There were two major internal reactions against religious art in Christian history leading to widespread destruction. The first occurred in the Eastern Christian empire of Byzantium. The use of painted icons had become an important part or religious devotion in Eastern Orthodoxy (only three-dimensional forms were shunned). The practice of icon veneration came to be condemned in the aftermath of Islamic military victories over the Christian empire. The loss of Egypt, Syria and the Holy Land prompted much soul-searching in the Byzantine Empire, which was reduced to the Balkans and parts of what-is-now Turkey. It was observed that God seemed to favour the Muslims, whose faith made religious images taboo. Emperor Leo III forbade religious pictures in AD726, ushering in the age of Byzantine iconoclasm. There were various other theological arguments relating to to the merits or otherwise of representing Jesus. Feelings ran high on either sides of the divide. Violence was done both to those who destroyed icons and who persisted in creating them. The use and honouring of icons was justified and the practice was reaffirmed in AD 787 at the second council of Nicaea. Since then figurative art has retained a prominent place in Eastern Orthodoxy. Much of it, however, was destroyed or obliterated after the Muslim Turks captured Constantinople in 1453, when many Byzantine churches were converted into mosques.
In Western Christendom, meanwhile, religious art was consistently upheld and promoted by the Roman Church. Paintings, statues, stained glass windows and decorative reliquaries proliferated. Pope Gregory the Great justified religious images as 'books for the illiterate', but it wasn't long before these images became more than instructive material, turning into objects of devotion in their own right. The practice was criticised throughout the middle ages, for example by heretical groups such as the Cathars and Lollards, but there wasn't widespread destruction of religious artworks until the Protestant Reformation.
Religious art also became a source of contention during the Crusades. The crusaders (sometimes with Byzantine co-operation) produced much sacred imagery. Jewish visitors to the Tomb of the Patriarchs in Hebron considered these pictures profane intrusions. Saladin, on re-conquest of Jerusalem, took a similar view, and made a point of purging the Christian imagery that had been introduced to the mosques on Temple Mount, when he restored them to Islam. Crosses were torn down and statues smashed. The Christian cause made headway in the Iberian Peninsula as it waned in the East. As former Churches were stripped bare and turned into Mosques in Palestine, Greece and Cyprus, former Mosques in southern Spain were filled with sanguinary crucifixes and richly becrowned Madonnas.
The iconoclastic process began in England with the break from Rome under Henry VIII and the dissolution of the monasteries. Here Catholicism became a persecuted and hunted faith. Monuments such as the shrine of St Thomas Becket were smashed. Protestantism was more vigorously enforced during the reign of Edward VI, when many churches were stripped of images by Royal decree. There was a brief reversal of the situation under Mary I, which came to a halt with the accession of Elizabeth I. The royal arms was to take pride of place in churches where once carved crucifixes on rood screens and medieval doom murals had presided. Religious art made another brief come-back with the reforms under Charles I and Archbishop Laud, but was stamped out again under Oliver Cromwell and the Puritans. Zealous Parliamentarian commissions toured the counties obliterating any remaining Catholic images in the parish churches.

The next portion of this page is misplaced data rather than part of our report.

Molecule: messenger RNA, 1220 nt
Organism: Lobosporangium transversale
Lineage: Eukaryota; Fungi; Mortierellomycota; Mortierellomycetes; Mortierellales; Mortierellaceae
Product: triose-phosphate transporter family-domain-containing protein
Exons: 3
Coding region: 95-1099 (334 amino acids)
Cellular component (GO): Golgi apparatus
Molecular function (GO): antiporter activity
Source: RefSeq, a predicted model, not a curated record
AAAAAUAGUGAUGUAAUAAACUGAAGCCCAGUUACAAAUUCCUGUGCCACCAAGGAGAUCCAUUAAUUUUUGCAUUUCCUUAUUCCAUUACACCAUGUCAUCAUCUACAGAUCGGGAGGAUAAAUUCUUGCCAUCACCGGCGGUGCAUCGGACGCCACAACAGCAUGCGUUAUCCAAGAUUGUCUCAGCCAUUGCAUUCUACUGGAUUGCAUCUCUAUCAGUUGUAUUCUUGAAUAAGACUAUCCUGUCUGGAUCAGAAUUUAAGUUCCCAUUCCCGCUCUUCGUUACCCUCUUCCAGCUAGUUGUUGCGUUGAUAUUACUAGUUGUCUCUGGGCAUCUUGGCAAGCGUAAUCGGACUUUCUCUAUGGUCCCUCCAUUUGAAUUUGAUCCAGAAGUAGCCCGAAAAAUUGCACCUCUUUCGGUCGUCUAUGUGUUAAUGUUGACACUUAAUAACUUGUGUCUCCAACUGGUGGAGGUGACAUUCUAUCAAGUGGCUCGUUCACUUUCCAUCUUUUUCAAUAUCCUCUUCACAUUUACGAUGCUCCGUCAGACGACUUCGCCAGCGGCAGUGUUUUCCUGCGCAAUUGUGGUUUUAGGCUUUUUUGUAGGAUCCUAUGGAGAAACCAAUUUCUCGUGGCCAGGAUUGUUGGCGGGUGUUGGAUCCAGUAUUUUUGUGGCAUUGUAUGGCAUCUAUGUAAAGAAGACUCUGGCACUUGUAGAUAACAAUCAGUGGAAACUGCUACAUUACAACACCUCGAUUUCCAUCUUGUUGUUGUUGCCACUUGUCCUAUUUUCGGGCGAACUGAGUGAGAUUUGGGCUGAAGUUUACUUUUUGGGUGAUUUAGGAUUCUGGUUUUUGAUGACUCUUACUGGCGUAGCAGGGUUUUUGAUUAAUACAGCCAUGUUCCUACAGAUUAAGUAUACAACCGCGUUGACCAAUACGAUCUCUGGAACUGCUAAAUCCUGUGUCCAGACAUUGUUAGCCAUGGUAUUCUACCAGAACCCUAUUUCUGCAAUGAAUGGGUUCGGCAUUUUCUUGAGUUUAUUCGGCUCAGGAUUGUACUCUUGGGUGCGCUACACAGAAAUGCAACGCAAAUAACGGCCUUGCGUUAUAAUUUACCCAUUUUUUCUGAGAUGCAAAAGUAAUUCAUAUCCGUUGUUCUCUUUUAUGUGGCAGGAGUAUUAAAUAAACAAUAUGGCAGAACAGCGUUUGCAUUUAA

The Church of England took a softer line on the matter from the Restoration period, and statues of saints made a prominent comeback on the Wren's St Paul's Cathedral, rebuilt after the Great Fire of London in 1666. 'Low Church' Anglicans and dissenting protestants continued to take a dim view of religious imagery. The 'High Church' Oxford Movement, the Catholic emancipation and the Gothic revival of the 19th century, however, saw the production of much new figurative religious art.
In Europe, there was widespread iconoclasm in the Protestant North, where monasteries, saintly cults and pilgrimages were likewise suppressed. The Catholic counter-reformation, however, affirmed the place of sacred art and the veneration of the saints. The Council of Trent affirmed the validity of images. Being mere representations of holy individuals, the devotion being paid to the image was actually being paid to the saint in question. The Council, however, ruled that no fripperies or impious details should be included in paintings, nor should there be 'beauty exciting to lust'. A little later the Italian artist Paolo Veronese had a run in with the Inquisition when his painting of the Last Supper failed to conform to the sober requirements. Spanish conquests in the New World, meanwhile, brought those lands into the Catholic fold. The bloodthirsty gods of the Aztecs, Maya and Incas were done away with, their statues destroyed and Catholic churches raised over their pyramid temples, sharing the fate of the pagan Gods of Egypt, Greece and Rome.
There is also a secular tradition of attacking religious art, especially in places where the religion in question came to be politically associated with a reactionary regime overthrown in a violent revolution. Examples of this are found in the history of France, Russia, Spain and China, although in most case the roots of religion held firm. In Western Europe a primarily secular mindset prevails, coupled with an appreciation of religious art, still culturally relevant and cherished although very often divorced from its original devotional context.